Social workers experience clients from different backgrounds facing various injustices in society. Some of the types of clients that social workers are likely to encounter are victims of social injustices. For instance, the issue of racism has been in the United States for a very long time. Individuals of the African American origin were alienated by their white counterparts, and the discrimination impacted the life and health of victims. Racism is still present in America, even though not as much as it used to be, and social workers are likely to encounter individuals who have discriminated against based on their skin color (Ashe & Nazroo, 2017). Other forms of social injustices include unfair labor practices and various types of discrimination, like gender bias. In such scenarios, social workers apply knowledge on multiculturalism to understand the problem of the client and provide an effective intervention. Social workers may also meet individuals facing economic injustices. The difference in income distribution is the key contributor to economic injustices in America, where the rich have much power in society than the poor, which results in the oppression of the poor (Goyes & South, 2017). For example, a social worker might receive a student client from a low class who is discriminated in class by her friends whose parents come from upper-class families in society. Examples of environmental injustices in society include inadequate transportation, pollution, and unsafe housing. For example, a social worker might encounter individuals working in a manufacturing company who are complaining of poor housing by their employer or complains about an employer who releases polluted water into the environment thus contaminating the source of drinking water. Social workers employ their understanding of the concepts of power and privilege to remind the clients of their rights and privileges as employees or members of the community.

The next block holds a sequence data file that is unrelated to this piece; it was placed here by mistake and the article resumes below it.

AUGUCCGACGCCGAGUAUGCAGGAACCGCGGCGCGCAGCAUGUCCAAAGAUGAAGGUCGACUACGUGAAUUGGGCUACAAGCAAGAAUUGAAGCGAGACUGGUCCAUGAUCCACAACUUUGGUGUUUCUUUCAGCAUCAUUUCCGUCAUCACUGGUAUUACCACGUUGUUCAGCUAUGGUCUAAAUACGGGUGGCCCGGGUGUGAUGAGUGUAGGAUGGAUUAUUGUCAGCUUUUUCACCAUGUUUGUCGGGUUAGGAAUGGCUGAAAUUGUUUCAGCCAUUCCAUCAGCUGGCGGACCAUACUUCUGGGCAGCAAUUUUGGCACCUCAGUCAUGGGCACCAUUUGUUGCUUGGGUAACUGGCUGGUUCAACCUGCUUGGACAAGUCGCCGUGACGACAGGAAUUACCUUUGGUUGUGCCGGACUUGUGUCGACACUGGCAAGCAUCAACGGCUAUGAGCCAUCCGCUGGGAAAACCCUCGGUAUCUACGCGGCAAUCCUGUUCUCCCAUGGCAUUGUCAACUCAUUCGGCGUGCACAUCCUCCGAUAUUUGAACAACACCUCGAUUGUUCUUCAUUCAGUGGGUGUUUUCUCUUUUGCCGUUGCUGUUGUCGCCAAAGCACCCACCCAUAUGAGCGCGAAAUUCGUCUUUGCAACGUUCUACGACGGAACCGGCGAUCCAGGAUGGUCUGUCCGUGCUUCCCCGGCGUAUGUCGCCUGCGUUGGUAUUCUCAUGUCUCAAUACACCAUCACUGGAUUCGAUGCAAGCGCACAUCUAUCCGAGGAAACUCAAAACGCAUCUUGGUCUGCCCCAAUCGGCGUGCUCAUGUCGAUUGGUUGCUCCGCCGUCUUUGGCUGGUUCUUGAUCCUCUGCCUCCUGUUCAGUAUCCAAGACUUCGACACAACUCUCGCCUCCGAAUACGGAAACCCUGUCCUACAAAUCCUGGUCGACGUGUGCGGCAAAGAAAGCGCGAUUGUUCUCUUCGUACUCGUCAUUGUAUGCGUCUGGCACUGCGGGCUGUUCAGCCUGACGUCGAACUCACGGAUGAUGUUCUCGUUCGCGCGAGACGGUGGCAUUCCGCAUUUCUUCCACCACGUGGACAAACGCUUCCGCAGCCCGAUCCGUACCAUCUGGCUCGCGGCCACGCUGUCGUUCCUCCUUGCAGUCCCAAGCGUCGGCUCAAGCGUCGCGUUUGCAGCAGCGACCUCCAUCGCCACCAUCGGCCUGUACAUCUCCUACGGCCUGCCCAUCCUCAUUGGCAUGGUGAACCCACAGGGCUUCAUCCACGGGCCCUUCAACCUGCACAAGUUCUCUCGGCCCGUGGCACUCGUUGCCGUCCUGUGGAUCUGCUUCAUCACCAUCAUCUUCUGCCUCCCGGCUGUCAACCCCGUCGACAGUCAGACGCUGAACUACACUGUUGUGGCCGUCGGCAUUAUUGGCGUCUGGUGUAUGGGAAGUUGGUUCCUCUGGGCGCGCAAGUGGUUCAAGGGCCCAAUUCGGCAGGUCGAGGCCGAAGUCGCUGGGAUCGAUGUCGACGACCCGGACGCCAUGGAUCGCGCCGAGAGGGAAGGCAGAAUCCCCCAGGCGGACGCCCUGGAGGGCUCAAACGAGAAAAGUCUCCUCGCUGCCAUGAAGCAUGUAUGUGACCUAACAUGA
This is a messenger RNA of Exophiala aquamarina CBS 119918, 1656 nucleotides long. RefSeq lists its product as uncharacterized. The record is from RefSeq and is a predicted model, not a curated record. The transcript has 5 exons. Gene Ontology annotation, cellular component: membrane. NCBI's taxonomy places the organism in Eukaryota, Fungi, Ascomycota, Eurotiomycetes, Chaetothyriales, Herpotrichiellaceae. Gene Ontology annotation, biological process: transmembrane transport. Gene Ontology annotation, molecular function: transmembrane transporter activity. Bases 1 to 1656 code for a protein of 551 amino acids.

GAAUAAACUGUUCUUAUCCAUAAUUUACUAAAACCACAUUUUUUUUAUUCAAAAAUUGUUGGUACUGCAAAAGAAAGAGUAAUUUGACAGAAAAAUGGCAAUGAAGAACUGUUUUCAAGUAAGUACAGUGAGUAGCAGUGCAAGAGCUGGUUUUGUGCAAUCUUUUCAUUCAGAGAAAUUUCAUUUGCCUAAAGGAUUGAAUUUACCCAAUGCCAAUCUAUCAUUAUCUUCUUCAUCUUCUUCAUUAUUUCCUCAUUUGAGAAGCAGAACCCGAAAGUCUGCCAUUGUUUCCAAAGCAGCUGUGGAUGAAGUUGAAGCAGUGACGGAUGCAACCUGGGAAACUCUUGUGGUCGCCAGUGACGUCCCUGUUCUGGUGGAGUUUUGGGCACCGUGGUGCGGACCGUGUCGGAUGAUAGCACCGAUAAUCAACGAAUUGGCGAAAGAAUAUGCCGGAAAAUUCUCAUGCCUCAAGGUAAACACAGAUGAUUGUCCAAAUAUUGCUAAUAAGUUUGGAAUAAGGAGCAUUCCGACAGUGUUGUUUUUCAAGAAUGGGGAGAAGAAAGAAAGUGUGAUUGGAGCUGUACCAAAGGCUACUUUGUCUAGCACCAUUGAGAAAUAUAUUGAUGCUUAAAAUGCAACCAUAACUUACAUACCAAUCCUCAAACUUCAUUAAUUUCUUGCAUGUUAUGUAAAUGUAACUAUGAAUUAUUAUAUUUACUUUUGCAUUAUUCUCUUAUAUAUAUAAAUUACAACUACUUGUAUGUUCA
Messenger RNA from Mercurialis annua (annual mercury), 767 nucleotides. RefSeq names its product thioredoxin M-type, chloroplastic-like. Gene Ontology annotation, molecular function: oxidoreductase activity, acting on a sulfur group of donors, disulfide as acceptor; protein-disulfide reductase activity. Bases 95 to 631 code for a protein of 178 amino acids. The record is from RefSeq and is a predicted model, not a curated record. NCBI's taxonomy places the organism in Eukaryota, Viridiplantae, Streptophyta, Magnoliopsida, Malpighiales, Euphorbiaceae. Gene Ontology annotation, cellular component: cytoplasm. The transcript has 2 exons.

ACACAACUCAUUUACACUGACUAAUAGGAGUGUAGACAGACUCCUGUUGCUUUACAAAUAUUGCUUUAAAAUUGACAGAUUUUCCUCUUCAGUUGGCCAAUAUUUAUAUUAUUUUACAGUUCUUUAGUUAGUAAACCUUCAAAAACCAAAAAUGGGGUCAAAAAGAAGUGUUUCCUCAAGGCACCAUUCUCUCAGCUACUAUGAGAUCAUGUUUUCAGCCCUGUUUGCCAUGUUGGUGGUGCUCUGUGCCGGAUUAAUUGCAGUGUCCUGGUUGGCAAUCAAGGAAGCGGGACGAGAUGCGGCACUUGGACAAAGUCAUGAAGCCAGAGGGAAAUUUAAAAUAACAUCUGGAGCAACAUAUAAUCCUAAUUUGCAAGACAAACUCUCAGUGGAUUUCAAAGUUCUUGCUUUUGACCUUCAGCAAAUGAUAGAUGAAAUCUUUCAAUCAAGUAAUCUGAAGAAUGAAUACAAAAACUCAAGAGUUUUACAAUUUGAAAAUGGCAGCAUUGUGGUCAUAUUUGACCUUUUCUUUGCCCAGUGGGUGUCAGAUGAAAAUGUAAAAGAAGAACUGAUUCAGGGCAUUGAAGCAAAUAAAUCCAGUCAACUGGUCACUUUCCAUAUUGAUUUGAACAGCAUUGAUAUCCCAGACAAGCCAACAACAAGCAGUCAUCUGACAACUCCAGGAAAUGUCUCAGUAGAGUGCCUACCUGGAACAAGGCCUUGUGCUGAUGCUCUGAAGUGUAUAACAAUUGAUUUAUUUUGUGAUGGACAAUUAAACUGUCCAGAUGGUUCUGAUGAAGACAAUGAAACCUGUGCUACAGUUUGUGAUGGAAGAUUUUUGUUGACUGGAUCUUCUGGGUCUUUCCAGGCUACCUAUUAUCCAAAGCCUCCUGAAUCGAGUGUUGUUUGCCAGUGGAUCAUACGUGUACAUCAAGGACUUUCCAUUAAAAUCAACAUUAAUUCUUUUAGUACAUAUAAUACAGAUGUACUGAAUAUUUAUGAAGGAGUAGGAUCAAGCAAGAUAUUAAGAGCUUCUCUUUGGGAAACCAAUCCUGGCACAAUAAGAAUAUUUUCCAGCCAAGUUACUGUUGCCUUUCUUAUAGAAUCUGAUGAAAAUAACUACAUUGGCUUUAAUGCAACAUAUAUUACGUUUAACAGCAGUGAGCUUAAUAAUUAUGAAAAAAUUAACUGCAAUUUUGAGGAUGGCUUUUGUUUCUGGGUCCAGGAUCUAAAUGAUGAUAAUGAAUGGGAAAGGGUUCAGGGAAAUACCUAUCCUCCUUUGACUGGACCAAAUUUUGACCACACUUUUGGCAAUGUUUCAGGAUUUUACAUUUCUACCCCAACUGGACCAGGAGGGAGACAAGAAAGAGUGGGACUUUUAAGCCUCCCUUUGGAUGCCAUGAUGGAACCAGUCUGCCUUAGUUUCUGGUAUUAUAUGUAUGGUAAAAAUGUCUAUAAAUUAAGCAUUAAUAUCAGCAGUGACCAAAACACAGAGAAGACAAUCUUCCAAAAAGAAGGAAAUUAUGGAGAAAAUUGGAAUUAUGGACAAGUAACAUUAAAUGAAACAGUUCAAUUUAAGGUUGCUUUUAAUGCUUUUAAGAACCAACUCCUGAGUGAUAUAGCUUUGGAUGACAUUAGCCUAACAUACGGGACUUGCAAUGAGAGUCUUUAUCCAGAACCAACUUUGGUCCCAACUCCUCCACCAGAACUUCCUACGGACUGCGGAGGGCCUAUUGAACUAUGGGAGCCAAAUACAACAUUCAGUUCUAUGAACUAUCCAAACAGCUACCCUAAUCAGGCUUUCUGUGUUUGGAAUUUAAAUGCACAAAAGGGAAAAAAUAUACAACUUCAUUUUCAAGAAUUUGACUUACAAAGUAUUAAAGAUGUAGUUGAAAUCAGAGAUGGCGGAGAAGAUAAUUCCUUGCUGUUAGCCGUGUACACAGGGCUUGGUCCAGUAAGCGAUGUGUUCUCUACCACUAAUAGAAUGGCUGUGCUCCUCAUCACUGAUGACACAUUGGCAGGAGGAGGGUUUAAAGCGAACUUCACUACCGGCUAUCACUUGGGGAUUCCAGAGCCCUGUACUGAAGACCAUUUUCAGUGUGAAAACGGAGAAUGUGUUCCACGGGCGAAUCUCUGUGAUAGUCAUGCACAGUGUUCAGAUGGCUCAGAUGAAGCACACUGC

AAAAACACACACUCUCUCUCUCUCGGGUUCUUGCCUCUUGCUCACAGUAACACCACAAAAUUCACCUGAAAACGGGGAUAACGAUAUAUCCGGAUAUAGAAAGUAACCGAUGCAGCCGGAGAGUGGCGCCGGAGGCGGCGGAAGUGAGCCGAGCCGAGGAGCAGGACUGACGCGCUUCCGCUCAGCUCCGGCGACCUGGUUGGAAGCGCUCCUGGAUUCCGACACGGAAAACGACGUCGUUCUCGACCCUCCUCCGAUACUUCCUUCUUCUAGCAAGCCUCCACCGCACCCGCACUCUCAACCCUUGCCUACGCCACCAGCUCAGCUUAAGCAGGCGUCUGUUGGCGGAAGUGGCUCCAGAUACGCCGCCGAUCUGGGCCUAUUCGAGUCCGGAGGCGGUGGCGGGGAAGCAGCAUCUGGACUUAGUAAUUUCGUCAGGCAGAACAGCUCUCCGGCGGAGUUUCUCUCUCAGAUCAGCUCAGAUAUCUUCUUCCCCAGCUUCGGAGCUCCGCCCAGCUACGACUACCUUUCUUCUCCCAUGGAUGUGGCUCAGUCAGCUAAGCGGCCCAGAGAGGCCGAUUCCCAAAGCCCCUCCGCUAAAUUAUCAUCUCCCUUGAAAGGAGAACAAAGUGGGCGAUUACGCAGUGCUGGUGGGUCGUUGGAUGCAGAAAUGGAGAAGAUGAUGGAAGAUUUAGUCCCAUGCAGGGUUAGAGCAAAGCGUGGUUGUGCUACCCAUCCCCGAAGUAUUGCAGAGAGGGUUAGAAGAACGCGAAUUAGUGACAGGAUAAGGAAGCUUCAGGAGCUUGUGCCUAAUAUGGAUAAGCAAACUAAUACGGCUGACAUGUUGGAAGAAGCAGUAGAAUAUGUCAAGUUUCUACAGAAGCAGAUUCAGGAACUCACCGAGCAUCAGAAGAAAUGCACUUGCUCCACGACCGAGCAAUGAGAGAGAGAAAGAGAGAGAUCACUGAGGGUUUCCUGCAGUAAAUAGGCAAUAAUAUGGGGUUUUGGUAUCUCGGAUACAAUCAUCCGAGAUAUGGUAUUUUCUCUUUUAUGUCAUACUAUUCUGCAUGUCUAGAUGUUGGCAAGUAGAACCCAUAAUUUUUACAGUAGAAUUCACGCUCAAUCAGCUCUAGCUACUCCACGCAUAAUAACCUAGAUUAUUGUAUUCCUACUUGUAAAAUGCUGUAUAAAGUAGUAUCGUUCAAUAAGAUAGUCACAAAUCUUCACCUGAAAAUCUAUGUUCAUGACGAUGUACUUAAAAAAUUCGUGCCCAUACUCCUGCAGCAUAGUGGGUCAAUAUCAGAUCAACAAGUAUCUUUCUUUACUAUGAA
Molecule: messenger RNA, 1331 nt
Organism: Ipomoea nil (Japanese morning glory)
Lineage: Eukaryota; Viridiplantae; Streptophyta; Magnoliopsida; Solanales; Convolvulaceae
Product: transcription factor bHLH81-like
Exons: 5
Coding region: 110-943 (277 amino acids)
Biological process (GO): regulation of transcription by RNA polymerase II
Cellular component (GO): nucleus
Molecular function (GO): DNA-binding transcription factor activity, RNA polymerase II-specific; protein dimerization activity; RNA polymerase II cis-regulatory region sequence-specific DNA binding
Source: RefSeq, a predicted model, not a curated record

Ashe, S., & Nazroo, J. (2017). Equality, diversity and racism in the workplace: A qualitative analysis of the 2015 race at work survey. Online: http://hummedia. manchester. ac. uk/institutes/code/research/raceatwork/Equ…(accessed: 7 April 2017).Goyes, D. R., & South, N. (2017). The injustices of policing, law and multinational monopolization in the privatization of natural diversity: Cases from Colombia and Latin America. In Environmental Crime in Latin America (pp. 187-212). Palgrave Macmillan, London.
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